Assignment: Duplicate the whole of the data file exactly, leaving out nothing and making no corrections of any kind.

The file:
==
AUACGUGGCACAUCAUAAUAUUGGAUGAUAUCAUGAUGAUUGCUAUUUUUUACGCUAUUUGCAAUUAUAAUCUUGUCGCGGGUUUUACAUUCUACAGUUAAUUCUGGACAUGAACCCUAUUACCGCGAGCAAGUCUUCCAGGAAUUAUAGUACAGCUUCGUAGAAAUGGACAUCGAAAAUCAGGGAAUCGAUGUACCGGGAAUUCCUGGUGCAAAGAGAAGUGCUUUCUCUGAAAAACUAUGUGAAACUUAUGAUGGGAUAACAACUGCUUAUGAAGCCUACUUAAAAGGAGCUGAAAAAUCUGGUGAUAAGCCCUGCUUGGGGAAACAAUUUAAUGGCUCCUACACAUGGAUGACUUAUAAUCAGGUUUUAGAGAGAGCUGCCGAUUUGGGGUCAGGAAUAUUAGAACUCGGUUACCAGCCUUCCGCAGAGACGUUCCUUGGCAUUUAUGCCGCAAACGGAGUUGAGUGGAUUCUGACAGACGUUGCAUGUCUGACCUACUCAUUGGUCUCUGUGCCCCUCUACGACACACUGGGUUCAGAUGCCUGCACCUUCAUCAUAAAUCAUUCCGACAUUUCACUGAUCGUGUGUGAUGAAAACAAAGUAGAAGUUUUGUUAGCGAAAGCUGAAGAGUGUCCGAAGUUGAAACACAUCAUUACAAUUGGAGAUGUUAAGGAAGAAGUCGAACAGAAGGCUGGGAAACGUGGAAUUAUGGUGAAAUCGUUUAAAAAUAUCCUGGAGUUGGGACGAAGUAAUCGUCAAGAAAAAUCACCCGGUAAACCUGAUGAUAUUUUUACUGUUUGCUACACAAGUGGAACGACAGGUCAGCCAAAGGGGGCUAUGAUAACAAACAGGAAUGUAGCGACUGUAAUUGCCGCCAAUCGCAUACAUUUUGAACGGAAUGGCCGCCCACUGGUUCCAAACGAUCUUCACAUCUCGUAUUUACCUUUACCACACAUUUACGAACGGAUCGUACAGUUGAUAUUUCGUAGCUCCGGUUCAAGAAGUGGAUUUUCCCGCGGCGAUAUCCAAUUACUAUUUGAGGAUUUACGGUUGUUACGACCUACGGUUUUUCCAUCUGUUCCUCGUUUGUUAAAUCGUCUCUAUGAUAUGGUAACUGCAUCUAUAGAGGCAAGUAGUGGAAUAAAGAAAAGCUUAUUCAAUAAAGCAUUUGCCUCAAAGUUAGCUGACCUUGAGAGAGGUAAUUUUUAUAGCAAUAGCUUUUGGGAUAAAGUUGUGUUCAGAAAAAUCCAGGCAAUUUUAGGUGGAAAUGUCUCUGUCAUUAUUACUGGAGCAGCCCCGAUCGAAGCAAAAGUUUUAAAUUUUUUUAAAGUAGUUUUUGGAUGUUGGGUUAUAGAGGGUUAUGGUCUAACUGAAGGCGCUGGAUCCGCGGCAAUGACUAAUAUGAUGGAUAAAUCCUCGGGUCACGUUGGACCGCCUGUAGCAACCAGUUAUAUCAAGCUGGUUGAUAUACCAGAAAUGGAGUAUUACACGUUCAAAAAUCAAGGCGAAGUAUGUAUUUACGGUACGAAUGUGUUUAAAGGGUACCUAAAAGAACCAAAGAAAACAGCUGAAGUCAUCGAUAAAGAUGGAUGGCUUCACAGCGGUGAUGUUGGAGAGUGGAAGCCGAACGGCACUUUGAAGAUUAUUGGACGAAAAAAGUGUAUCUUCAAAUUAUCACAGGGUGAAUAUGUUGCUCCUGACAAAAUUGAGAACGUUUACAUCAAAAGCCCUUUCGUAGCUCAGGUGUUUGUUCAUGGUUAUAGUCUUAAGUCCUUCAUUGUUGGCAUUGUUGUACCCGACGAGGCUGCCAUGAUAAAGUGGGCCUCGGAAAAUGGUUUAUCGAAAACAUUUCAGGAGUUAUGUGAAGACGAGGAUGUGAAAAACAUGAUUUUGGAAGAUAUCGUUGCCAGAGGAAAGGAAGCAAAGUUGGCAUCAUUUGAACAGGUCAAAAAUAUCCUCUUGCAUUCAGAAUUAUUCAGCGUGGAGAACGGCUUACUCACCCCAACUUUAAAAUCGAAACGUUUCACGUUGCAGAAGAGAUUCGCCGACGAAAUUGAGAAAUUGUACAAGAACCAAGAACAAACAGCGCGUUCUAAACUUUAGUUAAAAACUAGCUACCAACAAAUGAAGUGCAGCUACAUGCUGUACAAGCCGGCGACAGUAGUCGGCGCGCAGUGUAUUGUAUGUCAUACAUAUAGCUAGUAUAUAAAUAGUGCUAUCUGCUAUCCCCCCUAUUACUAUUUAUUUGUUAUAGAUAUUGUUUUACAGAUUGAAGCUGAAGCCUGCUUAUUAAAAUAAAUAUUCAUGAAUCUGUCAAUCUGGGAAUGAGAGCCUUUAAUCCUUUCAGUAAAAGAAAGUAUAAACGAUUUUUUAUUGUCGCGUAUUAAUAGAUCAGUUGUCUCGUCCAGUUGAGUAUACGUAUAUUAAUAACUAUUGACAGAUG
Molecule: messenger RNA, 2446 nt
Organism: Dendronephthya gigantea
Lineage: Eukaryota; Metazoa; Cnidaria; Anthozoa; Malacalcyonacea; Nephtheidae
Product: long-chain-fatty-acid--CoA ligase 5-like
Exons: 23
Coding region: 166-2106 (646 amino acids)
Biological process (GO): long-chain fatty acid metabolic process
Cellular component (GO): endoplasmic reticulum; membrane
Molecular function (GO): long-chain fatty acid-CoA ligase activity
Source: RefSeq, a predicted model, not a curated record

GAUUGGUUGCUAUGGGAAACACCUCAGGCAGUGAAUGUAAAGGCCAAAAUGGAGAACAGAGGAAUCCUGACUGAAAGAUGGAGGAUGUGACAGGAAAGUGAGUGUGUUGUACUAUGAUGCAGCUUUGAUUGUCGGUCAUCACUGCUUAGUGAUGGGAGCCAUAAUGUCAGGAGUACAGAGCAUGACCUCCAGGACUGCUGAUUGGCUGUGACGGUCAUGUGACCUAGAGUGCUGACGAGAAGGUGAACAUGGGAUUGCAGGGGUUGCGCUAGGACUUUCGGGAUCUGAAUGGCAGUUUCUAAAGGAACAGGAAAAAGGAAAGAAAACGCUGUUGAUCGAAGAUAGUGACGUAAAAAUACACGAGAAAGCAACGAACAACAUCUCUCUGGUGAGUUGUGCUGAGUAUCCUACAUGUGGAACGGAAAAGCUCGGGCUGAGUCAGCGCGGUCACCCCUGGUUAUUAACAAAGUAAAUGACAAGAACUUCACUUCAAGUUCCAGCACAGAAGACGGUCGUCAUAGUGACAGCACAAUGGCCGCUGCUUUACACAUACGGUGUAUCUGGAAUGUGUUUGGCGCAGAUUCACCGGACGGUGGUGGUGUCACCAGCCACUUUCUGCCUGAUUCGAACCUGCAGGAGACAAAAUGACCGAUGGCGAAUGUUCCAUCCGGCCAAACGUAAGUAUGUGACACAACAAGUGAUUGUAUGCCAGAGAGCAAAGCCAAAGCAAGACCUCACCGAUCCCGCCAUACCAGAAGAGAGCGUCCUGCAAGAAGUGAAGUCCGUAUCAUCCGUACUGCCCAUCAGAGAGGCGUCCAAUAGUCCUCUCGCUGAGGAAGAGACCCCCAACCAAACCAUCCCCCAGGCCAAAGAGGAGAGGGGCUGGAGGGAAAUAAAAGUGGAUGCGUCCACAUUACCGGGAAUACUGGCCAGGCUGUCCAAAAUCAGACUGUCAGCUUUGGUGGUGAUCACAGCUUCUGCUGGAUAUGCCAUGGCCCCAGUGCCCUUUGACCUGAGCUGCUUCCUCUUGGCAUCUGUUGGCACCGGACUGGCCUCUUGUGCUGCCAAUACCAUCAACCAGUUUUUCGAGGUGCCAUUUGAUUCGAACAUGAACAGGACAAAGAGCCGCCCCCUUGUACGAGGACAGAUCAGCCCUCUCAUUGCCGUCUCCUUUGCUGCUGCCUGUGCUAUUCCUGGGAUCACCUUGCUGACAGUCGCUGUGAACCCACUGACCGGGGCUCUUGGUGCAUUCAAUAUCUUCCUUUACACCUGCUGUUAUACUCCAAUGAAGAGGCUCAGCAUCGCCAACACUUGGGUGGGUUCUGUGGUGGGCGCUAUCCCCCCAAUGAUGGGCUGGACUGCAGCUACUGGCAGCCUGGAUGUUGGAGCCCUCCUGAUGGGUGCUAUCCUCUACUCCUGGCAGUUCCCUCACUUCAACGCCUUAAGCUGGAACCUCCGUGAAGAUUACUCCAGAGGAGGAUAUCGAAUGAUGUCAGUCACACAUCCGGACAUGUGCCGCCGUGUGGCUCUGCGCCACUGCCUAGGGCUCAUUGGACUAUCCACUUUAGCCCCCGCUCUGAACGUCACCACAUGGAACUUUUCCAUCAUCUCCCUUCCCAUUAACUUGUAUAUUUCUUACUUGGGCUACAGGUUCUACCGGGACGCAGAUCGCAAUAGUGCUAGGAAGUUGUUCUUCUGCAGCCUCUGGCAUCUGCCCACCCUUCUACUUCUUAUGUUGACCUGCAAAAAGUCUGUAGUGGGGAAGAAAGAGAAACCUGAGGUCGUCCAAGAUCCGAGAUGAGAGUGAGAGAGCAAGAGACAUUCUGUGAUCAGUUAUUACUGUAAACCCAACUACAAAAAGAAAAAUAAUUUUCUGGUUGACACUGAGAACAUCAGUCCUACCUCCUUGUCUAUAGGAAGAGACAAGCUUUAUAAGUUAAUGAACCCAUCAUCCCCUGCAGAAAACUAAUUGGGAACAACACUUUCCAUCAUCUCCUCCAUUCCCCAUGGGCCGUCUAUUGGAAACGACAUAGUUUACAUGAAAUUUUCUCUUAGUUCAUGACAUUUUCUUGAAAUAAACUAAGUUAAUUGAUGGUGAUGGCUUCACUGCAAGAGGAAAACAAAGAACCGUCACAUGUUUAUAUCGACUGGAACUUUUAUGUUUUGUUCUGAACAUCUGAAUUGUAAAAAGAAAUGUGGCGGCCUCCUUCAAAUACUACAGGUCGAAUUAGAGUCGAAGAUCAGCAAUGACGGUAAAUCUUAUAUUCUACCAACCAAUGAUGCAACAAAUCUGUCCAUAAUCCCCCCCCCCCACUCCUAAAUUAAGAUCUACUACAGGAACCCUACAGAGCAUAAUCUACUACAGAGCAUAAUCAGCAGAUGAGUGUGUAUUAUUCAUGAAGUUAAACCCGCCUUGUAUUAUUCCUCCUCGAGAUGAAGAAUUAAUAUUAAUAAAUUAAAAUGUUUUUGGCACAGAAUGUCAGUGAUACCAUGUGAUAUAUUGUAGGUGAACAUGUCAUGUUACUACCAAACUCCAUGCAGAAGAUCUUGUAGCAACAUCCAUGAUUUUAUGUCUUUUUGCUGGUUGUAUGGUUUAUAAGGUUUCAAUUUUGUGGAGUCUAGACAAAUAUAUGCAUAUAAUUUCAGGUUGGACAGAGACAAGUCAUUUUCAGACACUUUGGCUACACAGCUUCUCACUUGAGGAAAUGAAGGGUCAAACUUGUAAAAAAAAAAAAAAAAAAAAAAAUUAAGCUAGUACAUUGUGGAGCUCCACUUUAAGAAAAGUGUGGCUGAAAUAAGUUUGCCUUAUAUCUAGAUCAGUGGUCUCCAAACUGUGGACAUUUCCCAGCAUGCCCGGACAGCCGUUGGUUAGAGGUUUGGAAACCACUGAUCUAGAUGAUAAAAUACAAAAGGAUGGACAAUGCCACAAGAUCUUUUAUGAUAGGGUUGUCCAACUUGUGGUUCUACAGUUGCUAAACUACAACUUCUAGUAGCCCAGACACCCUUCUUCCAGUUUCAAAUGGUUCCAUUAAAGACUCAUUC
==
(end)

AUACGUGGCACAUCAUAAUAUUGGAUGAUAUCAUGAUGAUUGCUAUUUUUUACGCUAUUUGCAAUUAUAAUCUUGUCGCGGGUUUUACAUUCUACAGUUAAUUCUGGACAUGAACCCUAUUACCGCGAGCAAGUCUUCCAGGAAUUAUAGUACAGCUUCGUAGAAAUGGACAUCGAAAAUCAGGGAAUCGAUGUACCGGGAAUUCCUGGUGCAAAGAGAAGUGCUUUCUCUGAAAAACUAUGUGAAACUUAUGAUGGGAUAACAACUGCUUAUGAAGCCUACUUAAAAGGAGCUGAAAAAUCUGGUGAUAAGCCCUGCUUGGGGAAACAAUUUAAUGGCUCCUACACAUGGAUGACUUAUAAUCAGGUUUUAGAGAGAGCUGCCGAUUUGGGGUCAGGAAUAUUAGAACUCGGUUACCAGCCUUCCGCAGAGACGUUCCUUGGCAUUUAUGCCGCAAACGGAGUUGAGUGGAUUCUGACAGACGUUGCAUGUCUGACCUACUCAUUGGUCUCUGUGCCCCUCUACGACACACUGGGUUCAGAUGCCUGCACCUUCAUCAUAAAUCAUUCCGACAUUUCACUGAUCGUGUGUGAUGAAAACAAAGUAGAAGUUUUGUUAGCGAAAGCUGAAGAGUGUCCGAAGUUGAAACACAUCAUUACAAUUGGAGAUGUUAAGGAAGAAGUCGAACAGAAGGCUGGGAAACGUGGAAUUAUGGUGAAAUCGUUUAAAAAUAUCCUGGAGUUGGGACGAAGUAAUCGUCAAGAAAAAUCACCCGGUAAACCUGAUGAUAUUUUUACUGUUUGCUACACAAGUGGAACGACAGGUCAGCCAAAGGGGGCUAUGAUAACAAACAGGAAUGUAGCGACUGUAAUUGCCGCCAAUCGCAUACAUUUUGAACGGAAUGGCCGCCCACUGGUUCCAAACGAUCUUCACAUCUCGUAUUUACCUUUACCACACAUUUACGAACGGAUCGUACAGUUGAUAUUUCGUAGCUCCGGUUCAAGAAGUGGAUUUUCCCGCGGCGAUAUCCAAUUACUAUUUGAGGAUUUACGGUUGUUACGACCUACGGUUUUUCCAUCUGUUCCUCGUUUGUUAAAUCGUCUCUAUGAUAUGGUAACUGCAUCUAUAGAGGCAAGUAGUGGAAUAAAGAAAAGCUUAUUCAAUAAAGCAUUUGCCUCAAAGUUAGCUGACCUUGAGAGAGGUAAUUUUUAUAGCAAUAGCUUUUGGGAUAAAGUUGUGUUCAGAAAAAUCCAGGCAAUUUUAGGUGGAAAUGUCUCUGUCAUUAUUACUGGAGCAGCCCCGAUCGAAGCAAAAGUUUUAAAUUUUUUUAAAGUAGUUUUUGGAUGUUGGGUUAUAGAGGGUUAUGGUCUAACUGAAGGCGCUGGAUCCGCGGCAAUGACUAAUAUGAUGGAUAAAUCCUCGGGUCACGUUGGACCGCCUGUAGCAACCAGUUAUAUCAAGCUGGUUGAUAUACCAGAAAUGGAGUAUUACACGUUCAAAAAUCAAGGCGAAGUAUGUAUUUACGGUACGAAUGUGUUUAAAGGGUACCUAAAAGAACCAAAGAAAACAGCUGAAGUCAUCGAUAAAGAUGGAUGGCUUCACAGCGGUGAUGUUGGAGAGUGGAAGCCGAACGGCACUUUGAAGAUUAUUGGACGAAAAAAGUGUAUCUUCAAAUUAUCACAGGGUGAAUAUGUUGCUCCUGACAAAAUUGAGAACGUUUACAUCAAAAGCCCUUUCGUAGCUCAGGUGUUUGUUCAUGGUUAUAGUCUUAAGUCCUUCAUUGUUGGCAUUGUUGUACCCGACGAGGCUGCCAUGAUAAAGUGGGCCUCGGAAAAUGGUUUAUCGAAAACAUUUCAGGAGUUAUGUGAAGACGAGGAUGUGAAAAACAUGAUUUUGGAAGAUAUCGUUGCCAGAGGAAAGGAAGCAAAGUUGGCAUCAUUUGAACAGGUCAAAAAUAUCCUCUUGCAUUCAGAAUUAUUCAGCGUGGAGAACGGCUUACUCACCCCAACUUUAAAAUCGAAACGUUUCACGUUGCAGAAGAGAUUCGCCGACGAAAUUGAGAAAUUGUACAAGAACCAAGAACAAACAGCGCGUUCUAAACUUUAGUUAAAAACUAGCUACCAACAAAUGAAGUGCAGCUACAUGCUGUACAAGCCGGCGACAGUAGUCGGCGCGCAGUGUAUUGUAUGUCAUACAUAUAGCUAGUAUAUAAAUAGUGCUAUCUGCUAUCCCCCCUAUUACUAUUUAUUUGUUAUAGAUAUUGUUUUACAGAUUGAAGCUGAAGCCUGCUUAUUAAAAUAAAUAUUCAUGAAUCUGUCAAUCUGGGAAUGAGAGCCUUUAAUCCUUUCAGUAAAAGAAAGUAUAAACGAUUUUUUAUUGUCGCGUAUUAAUAGAUCAGUUGUCUCGUCCAGUUGAGUAUACGUAUAUUAAUAACUAUUGACAGAUG
Molecule: messenger RNA, 2446 nt
Organism: Dendronephthya gigantea
Lineage: Eukaryota; Metazoa; Cnidaria; Anthozoa; Malacalcyonacea; Nephtheidae
Product: long-chain-fatty-acid--CoA ligase 5-like
Exons: 23
Coding region: 166-2106 (646 amino acids)
Biological process (GO): long-chain fatty acid metabolic process
Cellular component (GO): endoplasmic reticulum; membrane
Molecular function (GO): long-chain fatty acid-CoA ligase activity
Source: RefSeq, a predicted model, not a curated record

GAUUGGUUGCUAUGGGAAACACCUCAGGCAGUGAAUGUAAAGGCCAAAAUGGAGAACAGAGGAAUCCUGACUGAAAGAUGGAGGAUGUGACAGGAAAGUGAGUGUGUUGUACUAUGAUGCAGCUUUGAUUGUCGGUCAUCACUGCUUAGUGAUGGGAGCCAUAAUGUCAGGAGUACAGAGCAUGACCUCCAGGACUGCUGAUUGGCUGUGACGGUCAUGUGACCUAGAGUGCUGACGAGAAGGUGAACAUGGGAUUGCAGGGGUUGCGCUAGGACUUUCGGGAUCUGAAUGGCAGUUUCUAAAGGAACAGGAAAAAGGAAAGAAAACGCUGUUGAUCGAAGAUAGUGACGUAAAAAUACACGAGAAAGCAACGAACAACAUCUCUCUGGUGAGUUGUGCUGAGUAUCCUACAUGUGGAACGGAAAAGCUCGGGCUGAGUCAGCGCGGUCACCCCUGGUUAUUAACAAAGUAAAUGACAAGAACUUCACUUCAAGUUCCAGCACAGAAGACGGUCGUCAUAGUGACAGCACAAUGGCCGCUGCUUUACACAUACGGUGUAUCUGGAAUGUGUUUGGCGCAGAUUCACCGGACGGUGGUGGUGUCACCAGCCACUUUCUGCCUGAUUCGAACCUGCAGGAGACAAAAUGACCGAUGGCGAAUGUUCCAUCCGGCCAAACGUAAGUAUGUGACACAACAAGUGAUUGUAUGCCAGAGAGCAAAGCCAAAGCAAGACCUCACCGAUCCCGCCAUACCAGAAGAGAGCGUCCUGCAAGAAGUGAAGUCCGUAUCAUCCGUACUGCCCAUCAGAGAGGCGUCCAAUAGUCCUCUCGCUGAGGAAGAGACCCCCAACCAAACCAUCCCCCAGGCCAAAGAGGAGAGGGGCUGGAGGGAAAUAAAAGUGGAUGCGUCCACAUUACCGGGAAUACUGGCCAGGCUGUCCAAAAUCAGACUGUCAGCUUUGGUGGUGAUCACAGCUUCUGCUGGAUAUGCCAUGGCCCCAGUGCCCUUUGACCUGAGCUGCUUCCUCUUGGCAUCUGUUGGCACCGGACUGGCCUCUUGUGCUGCCAAUACCAUCAACCAGUUUUUCGAGGUGCCAUUUGAUUCGAACAUGAACAGGACAAAGAGCCGCCCCCUUGUACGAGGACAGAUCAGCCCUCUCAUUGCCGUCUCCUUUGCUGCUGCCUGUGCUAUUCCUGGGAUCACCUUGCUGACAGUCGCUGUGAACCCACUGACCGGGGCUCUUGGUGCAUUCAAUAUCUUCCUUUACACCUGCUGUUAUACUCCAAUGAAGAGGCUCAGCAUCGCCAACACUUGGGUGGGUUCUGUGGUGGGCGCUAUCCCCCCAAUGAUGGGCUGGACUGCAGCUACUGGCAGCCUGGAUGUUGGAGCCCUCCUGAUGGGUGCUAUCCUCUACUCCUGGCAGUUCCCUCACUUCAACGCCUUAAGCUGGAACCUCCGUGAAGAUUACUCCAGAGGAGGAUAUCGAAUGAUGUCAGUCACACAUCCGGACAUGUGCCGCCGUGUGGCUCUGCGCCACUGCCUAGGGCUCAUUGGACUAUCCACUUUAGCCCCCGCUCUGAACGUCACCACAUGGAACUUUUCCAUCAUCUCCCUUCCCAUUAACUUGUAUAUUUCUUACUUGGGCUACAGGUUCUACCGGGACGCAGAUCGCAAUAGUGCUAGGAAGUUGUUCUUCUGCAGCCUCUGGCAUCUGCCCACCCUUCUACUUCUUAUGUUGACCUGCAAAAAGUCUGUAGUGGGGAAGAAAGAGAAACCUGAGGUCGUCCAAGAUCCGAGAUGAGAGUGAGAGAGCAAGAGACAUUCUGUGAUCAGUUAUUACUGUAAACCCAACUACAAAAAGAAAAAUAAUUUUCUGGUUGACACUGAGAACAUCAGUCCUACCUCCUUGUCUAUAGGAAGAGACAAGCUUUAUAAGUUAAUGAACCCAUCAUCCCCUGCAGAAAACUAAUUGGGAACAACACUUUCCAUCAUCUCCUCCAUUCCCCAUGGGCCGUCUAUUGGAAACGACAUAGUUUACAUGAAAUUUUCUCUUAGUUCAUGACAUUUUCUUGAAAUAAACUAAGUUAAUUGAUGGUGAUGGCUUCACUGCAAGAGGAAAACAAAGAACCGUCACAUGUUUAUAUCGACUGGAACUUUUAUGUUUUGUUCUGAACAUCUGAAUUGUAAAAAGAAAUGUGGCGGCCUCCUUCAAAUACUACAGGUCGAAUUAGAGUCGAAGAUCAGCAAUGACGGUAAAUCUUAUAUUCUACCAACCAAUGAUGCAACAAAUCUGUCCAUAAUCCCCCCCCCCCACUCCUAAAUUAAGAUCUACUACAGGAACCCUACAGAGCAUAAUCUACUACAGAGCAUAAUCAGCAGAUGAGUGUGUAUUAUUCAUGAAGUUAAACCCGCCUUGUAUUAUUCCUCCUCGAGAUGAAGAAUUAAUAUUAAUAAAUUAAAAUGUUUUUGGCACAGAAUGUCAGUGAUACCAUGUGAUAUAUUGUAGGUGAACAUGUCAUGUUACUACCAAACUCCAUGCAGAAGAUCUUGUAGCAACAUCCAUGAUUUUAUGUCUUUUUGCUGGUUGUAUGGUUUAUAAGGUUUCAAUUUUGUGGAGUCUAGACAAAUAUAUGCAUAUAAUUUCAGGUUGGACAGAGACAAGUCAUUUUCAGACACUUUGGCUACACAGCUUCUCACUUGAGGAAAUGAAGGGUCAAACUUGUAAAAAAAAAAAAAAAAAAAAAAAUUAAGCUAGUACAUUGUGGAGCUCCACUUUAAGAAAAGUGUGGCUGAAAUAAGUUUGCCUUAUAUCUAGAUCAGUGGUCUCCAAACUGUGGACAUUUCCCAGCAUGCCCGGACAGCCGUUGGUUAGAGGUUUGGAAACCACUGAUCUAGAUGAUAAAAUACAAAAGGAUGGACAAUGCCACAAGAUCUUUUAUGAUAGGGUUGUCCAACUUGUGGUUCUACAGUUGCUAAACUACAACUUCUAGUAGCCCAGACACCCUUCUUCCAGUUUCAAAUGGUUCCAUUAAAGACUCAUUC